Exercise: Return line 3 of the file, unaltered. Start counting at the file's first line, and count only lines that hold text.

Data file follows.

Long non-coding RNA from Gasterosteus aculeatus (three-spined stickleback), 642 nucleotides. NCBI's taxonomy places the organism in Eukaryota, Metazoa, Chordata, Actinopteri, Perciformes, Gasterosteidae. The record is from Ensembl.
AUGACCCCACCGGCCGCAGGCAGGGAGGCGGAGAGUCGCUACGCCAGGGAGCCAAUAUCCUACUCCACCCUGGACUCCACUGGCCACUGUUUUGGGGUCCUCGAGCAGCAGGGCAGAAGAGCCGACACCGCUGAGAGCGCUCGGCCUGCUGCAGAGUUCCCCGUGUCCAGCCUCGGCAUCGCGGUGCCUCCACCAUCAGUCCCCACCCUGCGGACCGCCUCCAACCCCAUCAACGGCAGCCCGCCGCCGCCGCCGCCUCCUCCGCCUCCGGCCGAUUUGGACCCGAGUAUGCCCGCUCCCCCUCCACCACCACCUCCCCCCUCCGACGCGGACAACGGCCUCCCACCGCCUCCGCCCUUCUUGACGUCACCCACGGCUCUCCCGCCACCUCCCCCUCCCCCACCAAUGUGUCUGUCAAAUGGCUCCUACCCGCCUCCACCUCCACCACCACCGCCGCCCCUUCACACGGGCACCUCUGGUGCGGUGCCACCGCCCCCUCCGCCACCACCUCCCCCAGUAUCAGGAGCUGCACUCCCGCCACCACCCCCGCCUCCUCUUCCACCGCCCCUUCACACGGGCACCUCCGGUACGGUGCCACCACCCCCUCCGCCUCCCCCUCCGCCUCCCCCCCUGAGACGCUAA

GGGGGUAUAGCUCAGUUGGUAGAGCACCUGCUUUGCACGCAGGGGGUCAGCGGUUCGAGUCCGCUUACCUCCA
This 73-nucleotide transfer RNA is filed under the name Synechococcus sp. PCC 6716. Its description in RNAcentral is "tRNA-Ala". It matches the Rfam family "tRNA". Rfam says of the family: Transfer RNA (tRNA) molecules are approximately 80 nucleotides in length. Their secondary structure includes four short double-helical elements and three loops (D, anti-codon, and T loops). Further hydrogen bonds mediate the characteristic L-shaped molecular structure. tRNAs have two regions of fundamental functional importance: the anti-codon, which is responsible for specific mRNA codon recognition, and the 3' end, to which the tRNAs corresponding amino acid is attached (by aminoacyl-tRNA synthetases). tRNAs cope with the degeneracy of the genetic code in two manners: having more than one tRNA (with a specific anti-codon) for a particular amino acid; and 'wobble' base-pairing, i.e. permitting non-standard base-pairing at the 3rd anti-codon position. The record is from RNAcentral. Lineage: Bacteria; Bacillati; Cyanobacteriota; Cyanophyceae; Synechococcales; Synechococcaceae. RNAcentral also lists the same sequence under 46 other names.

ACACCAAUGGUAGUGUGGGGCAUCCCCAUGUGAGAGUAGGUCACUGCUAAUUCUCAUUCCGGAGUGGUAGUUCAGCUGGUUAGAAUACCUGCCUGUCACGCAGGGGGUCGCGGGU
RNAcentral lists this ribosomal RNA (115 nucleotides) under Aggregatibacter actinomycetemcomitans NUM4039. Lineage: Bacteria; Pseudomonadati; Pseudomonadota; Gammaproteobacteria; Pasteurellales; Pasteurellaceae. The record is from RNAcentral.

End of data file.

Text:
GGGGGUAUAGCUCAGUUGGUAGAGCACCUGCUUUGCACGCAGGGGGUCAGCGGUUCGAGUCCGCUUACCUCCA